In parts I through IX of the opinion, the Court of Appeal found coverage under
some insurance policies it likened to that in Powerine II, but found no coverage as
to other policies more akin to the Foster-Gardner and Powerine I policies. Of
importance here is part I.A. There, the Court of Appeal considered a primary CGL
policy issued by INA for the years 1988-1989. That policy indemnified Ameron
for ? ?all sums which [Ameron] shall become legally obligated to pay as
damages? ? and provided a defense duty for ? ?any suit against the Insured seeking
damages . . . .? ? The insuring provision also stated the insurer ? ?may make such
investigation and settlement of any claim or suit as it deems expedient, but the
Company shall not be obligated to pay any claim or judgment or to defend any suit
after the applicable limit of the Company?s liability has been exhausted by
payment of judgments or settlements.? ?Suit? and ?claim? are not defined in the
policy.? The Court of Appeal observed that the INA policy language was
substantially the same as the Foster-Gardner and Powerine I policy language.
11


Although the court held that Foster-Gardner precluded coverage under that INA
policy?s definition of ?suit,? it did so with obvious dissatisfaction. The Court of
Appeal observed that Ameron?s IBCA action?a quasi-judicial administrative
agency board hearing conducted by an administrative law judge?was
significantly different from the environmental cleanup orders of Foster-Gardner
and Powerine I. Indeed, the court found ?much to commend? in Ameron?s
contention that the IBCA hearing is a ?suit.? It also found ?compelling? a similar
distinction embraced in Justice Spencer?s concurring opinion in Fireman?s Fund
Ins. Co. v. Superior Court (1997) 65 Cal.App.4th 1205, opining that ?merely an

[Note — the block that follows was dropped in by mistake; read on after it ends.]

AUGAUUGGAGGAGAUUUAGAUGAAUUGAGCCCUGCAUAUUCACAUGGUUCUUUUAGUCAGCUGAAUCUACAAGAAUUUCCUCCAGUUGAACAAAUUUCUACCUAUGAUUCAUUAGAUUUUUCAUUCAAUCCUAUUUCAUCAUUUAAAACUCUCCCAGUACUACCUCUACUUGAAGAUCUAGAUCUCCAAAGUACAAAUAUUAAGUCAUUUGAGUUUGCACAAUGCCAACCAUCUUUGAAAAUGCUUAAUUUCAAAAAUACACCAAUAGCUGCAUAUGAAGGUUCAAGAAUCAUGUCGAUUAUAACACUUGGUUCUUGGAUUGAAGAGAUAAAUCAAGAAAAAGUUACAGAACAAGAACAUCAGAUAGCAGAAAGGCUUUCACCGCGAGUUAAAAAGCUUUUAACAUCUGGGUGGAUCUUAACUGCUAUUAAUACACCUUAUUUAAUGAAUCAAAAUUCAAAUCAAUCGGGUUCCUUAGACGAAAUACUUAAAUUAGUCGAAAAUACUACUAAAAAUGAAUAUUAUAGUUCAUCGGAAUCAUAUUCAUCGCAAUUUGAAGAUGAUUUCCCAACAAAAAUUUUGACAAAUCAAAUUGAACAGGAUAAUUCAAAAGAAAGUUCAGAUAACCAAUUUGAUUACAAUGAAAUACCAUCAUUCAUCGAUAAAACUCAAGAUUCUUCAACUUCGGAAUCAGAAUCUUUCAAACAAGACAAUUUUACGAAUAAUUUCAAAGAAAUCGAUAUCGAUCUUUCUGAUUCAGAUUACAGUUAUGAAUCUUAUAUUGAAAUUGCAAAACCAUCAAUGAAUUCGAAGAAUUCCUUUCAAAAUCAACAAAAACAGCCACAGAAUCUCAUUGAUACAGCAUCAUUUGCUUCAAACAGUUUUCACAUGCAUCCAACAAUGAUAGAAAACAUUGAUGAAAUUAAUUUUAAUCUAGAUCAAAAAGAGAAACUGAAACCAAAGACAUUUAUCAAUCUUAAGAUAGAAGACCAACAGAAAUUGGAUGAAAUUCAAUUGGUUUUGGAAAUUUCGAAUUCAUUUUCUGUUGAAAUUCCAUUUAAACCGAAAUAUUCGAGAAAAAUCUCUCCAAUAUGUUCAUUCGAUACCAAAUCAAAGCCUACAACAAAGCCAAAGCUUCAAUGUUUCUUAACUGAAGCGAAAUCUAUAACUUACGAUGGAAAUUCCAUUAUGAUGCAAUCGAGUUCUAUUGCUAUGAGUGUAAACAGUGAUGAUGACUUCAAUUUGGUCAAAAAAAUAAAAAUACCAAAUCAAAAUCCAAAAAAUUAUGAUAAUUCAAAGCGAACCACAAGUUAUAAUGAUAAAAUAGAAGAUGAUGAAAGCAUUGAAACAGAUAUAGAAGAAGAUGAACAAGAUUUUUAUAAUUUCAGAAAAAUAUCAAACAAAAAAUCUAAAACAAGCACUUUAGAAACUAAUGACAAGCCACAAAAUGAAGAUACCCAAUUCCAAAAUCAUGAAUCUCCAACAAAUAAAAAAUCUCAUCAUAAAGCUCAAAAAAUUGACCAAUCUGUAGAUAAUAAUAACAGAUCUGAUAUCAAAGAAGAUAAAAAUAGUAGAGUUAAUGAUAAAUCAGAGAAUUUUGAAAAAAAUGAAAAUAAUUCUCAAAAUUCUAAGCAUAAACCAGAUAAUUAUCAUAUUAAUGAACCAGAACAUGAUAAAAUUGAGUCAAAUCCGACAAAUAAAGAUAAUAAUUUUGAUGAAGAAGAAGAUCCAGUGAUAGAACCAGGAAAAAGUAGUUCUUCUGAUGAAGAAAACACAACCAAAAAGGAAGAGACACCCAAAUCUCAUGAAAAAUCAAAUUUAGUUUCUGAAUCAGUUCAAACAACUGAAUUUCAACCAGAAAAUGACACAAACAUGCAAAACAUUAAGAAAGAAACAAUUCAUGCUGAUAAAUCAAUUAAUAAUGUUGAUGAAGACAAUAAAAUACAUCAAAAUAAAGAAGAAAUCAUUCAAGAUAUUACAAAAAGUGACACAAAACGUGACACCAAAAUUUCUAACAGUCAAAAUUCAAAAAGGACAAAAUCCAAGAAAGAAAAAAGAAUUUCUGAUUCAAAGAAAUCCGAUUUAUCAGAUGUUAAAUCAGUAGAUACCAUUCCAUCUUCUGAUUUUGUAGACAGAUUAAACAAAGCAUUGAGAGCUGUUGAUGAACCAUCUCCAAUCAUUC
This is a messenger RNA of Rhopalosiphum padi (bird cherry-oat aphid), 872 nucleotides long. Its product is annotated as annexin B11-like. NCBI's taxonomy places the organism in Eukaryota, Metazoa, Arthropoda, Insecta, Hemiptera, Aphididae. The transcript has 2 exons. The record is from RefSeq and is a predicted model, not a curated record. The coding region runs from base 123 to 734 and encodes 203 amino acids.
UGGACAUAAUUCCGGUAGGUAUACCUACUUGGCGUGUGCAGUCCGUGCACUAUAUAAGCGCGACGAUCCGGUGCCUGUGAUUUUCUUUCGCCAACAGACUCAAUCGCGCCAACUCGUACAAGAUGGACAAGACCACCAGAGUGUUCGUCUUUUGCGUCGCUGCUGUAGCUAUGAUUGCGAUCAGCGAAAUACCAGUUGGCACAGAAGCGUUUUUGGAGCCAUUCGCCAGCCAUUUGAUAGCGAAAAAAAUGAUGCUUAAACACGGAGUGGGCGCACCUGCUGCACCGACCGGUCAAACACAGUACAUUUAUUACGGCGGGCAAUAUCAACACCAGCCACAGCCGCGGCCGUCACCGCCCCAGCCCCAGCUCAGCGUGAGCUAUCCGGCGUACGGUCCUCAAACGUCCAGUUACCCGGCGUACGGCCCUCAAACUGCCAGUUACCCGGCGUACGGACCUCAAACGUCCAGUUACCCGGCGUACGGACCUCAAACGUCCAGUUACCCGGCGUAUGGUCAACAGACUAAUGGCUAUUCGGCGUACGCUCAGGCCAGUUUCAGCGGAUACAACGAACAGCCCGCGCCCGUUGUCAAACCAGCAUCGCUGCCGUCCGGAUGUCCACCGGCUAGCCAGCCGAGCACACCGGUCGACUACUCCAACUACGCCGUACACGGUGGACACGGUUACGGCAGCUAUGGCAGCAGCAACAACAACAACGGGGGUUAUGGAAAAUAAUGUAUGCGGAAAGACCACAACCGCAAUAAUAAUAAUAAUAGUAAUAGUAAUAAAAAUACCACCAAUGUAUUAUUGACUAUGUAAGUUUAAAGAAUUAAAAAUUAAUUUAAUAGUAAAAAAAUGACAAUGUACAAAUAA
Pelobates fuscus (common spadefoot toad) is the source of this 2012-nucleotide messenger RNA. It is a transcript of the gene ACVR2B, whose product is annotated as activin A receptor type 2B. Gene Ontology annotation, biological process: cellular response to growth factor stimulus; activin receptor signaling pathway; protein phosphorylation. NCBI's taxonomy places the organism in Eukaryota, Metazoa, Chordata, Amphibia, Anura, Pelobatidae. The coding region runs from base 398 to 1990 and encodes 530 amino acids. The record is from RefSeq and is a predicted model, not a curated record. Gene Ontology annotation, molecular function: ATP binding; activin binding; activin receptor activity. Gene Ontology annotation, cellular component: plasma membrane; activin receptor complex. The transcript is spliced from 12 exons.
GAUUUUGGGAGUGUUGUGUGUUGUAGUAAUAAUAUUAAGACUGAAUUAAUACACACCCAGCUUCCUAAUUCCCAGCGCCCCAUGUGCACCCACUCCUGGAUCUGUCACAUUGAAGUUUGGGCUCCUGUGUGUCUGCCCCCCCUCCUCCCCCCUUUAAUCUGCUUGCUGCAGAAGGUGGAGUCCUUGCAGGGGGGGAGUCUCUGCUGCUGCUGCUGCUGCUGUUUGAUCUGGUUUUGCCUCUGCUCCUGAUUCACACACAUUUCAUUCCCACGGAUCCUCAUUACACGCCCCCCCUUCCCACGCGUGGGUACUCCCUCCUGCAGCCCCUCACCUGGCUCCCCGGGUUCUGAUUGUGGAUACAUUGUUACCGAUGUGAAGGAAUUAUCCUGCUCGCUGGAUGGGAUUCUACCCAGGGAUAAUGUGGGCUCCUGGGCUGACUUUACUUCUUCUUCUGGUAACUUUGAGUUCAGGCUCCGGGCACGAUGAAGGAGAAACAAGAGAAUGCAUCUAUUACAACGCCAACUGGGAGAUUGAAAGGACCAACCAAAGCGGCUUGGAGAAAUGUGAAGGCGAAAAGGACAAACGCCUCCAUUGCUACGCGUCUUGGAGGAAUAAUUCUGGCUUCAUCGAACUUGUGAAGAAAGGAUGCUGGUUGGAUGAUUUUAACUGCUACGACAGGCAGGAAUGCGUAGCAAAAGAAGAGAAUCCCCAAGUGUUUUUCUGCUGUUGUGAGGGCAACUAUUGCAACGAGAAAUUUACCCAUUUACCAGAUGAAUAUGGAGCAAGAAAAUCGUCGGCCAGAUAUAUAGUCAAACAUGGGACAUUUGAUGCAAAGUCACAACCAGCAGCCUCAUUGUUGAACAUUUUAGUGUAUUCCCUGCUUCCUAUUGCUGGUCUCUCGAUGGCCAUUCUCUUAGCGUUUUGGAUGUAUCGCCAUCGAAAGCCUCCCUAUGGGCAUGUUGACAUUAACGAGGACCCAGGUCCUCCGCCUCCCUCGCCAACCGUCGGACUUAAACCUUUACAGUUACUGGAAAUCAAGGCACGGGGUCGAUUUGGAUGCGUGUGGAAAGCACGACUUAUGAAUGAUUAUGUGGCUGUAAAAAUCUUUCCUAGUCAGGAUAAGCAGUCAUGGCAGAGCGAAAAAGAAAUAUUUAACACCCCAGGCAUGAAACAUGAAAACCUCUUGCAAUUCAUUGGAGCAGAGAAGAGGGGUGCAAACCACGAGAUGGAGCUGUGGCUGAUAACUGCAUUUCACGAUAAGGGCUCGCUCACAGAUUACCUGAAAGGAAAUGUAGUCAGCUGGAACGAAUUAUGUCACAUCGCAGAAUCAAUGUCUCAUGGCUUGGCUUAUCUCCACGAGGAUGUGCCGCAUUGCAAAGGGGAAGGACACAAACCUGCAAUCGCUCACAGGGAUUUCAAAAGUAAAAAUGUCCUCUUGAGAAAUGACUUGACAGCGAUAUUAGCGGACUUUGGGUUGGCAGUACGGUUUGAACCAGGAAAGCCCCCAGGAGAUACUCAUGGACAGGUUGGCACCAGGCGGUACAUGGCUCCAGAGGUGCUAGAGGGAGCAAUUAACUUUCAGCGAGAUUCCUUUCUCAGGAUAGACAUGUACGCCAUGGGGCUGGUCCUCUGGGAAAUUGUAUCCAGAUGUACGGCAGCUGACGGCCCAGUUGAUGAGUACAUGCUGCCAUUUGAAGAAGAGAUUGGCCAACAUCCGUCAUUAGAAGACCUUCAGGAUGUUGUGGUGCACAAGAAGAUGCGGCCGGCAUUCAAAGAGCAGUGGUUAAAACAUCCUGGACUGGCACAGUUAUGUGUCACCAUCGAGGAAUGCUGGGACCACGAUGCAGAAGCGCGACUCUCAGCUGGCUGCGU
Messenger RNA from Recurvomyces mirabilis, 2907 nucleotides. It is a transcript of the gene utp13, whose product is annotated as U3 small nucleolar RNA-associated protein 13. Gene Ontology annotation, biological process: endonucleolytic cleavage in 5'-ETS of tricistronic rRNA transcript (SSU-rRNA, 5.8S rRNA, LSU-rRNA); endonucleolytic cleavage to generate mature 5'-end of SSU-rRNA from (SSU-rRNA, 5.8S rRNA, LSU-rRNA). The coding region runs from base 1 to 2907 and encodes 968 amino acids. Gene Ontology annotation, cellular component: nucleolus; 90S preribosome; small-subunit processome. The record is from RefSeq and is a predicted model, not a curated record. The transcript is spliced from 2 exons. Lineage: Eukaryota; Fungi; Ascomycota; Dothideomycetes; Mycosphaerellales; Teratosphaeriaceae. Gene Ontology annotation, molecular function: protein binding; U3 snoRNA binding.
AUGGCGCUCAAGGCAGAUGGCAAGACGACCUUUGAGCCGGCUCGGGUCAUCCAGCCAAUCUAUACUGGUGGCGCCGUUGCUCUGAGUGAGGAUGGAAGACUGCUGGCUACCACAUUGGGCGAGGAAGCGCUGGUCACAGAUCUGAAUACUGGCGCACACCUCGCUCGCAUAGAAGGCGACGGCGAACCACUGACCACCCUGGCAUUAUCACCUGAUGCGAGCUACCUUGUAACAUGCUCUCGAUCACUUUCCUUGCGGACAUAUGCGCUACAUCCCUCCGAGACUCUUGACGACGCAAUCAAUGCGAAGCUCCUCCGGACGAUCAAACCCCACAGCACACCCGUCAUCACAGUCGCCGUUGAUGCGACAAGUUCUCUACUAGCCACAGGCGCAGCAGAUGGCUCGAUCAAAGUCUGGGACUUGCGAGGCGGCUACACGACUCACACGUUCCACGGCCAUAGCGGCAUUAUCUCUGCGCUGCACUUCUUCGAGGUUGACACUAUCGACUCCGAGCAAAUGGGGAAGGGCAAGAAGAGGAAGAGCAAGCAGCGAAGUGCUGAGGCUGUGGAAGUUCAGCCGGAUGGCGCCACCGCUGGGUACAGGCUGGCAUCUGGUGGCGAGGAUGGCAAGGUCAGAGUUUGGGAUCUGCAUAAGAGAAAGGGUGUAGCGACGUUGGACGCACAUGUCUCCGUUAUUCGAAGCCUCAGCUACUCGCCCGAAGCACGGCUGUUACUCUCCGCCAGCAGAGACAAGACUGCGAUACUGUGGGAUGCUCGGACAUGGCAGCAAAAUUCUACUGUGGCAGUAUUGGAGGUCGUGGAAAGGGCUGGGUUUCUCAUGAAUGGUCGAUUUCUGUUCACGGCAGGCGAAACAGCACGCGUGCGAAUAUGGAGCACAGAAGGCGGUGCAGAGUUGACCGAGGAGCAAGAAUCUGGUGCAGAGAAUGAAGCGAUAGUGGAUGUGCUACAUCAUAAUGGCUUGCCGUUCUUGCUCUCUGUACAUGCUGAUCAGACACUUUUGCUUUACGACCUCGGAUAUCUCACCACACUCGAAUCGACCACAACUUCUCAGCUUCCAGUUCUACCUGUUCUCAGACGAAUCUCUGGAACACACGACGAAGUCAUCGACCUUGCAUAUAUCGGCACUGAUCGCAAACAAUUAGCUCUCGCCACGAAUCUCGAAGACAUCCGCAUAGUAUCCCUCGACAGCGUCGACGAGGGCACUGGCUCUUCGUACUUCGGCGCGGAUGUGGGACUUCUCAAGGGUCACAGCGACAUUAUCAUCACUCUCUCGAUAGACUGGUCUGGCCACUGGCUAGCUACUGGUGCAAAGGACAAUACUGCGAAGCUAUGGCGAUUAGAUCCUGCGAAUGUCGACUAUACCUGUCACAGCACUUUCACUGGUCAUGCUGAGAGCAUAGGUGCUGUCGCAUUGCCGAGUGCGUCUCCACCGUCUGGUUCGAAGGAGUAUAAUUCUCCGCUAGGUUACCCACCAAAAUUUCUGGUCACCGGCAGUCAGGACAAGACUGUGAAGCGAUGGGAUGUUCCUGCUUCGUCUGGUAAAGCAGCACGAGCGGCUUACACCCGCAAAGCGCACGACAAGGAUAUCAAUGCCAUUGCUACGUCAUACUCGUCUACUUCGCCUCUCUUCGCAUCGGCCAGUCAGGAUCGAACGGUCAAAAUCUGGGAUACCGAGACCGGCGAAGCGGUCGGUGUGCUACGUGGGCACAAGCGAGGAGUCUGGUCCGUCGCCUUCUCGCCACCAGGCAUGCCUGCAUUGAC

investigative administrative proceeding seeking a negotiated settlement and a
consent decree? ?did not qualify as a suit.? (Id. at p. 1222 (conc. opn. of Spencer,
J.).) But ?the common, ordinary meaning of ?suit? is broad enough to cover . . .
adjudicatory administrative hearings . . . .? (Ibid.)
In eventually denying Ameron all coverage under those insurance policies
that did not define the term ?suit,? the Court of Appeal observed that the IBCA
proceeding is trial-like in nature, and that Foster-Gardner?s concerns of
uncertainty are not present where the administrative action is adjudicatory. The
court noted that ?[t]he IBCA proceeding at issue here was, by any measure, an
adjudicative administrative hearing. It was commenced by the filing of a notice
and complaint and was presided over by a judge governed by federal evidence
rules and charged with setting damages for an alleged contract breach.? The court
concluded that because the administrative proceedings in Foster-Gardner involved
a pollution remediation order, it could ?fairly regard its broad rule as dicta when
applied to the very different administrative proceedings in this case.? But the
court observed that ? ? ?[e]ven if properly characterized as dictum, statements of
the Supreme Court should be considered persuasive.? ? ? In sum, the Court of
Appeal concluded that although a contractor like Ameron would reasonably expect
12


the IBCA litigation to be considered a ?suit? seeking ?damages,? Foster-
Gardner?s bright-line rule compelled the court to interpret the word ?suit? as used
in that policy as limited to a court proceeding.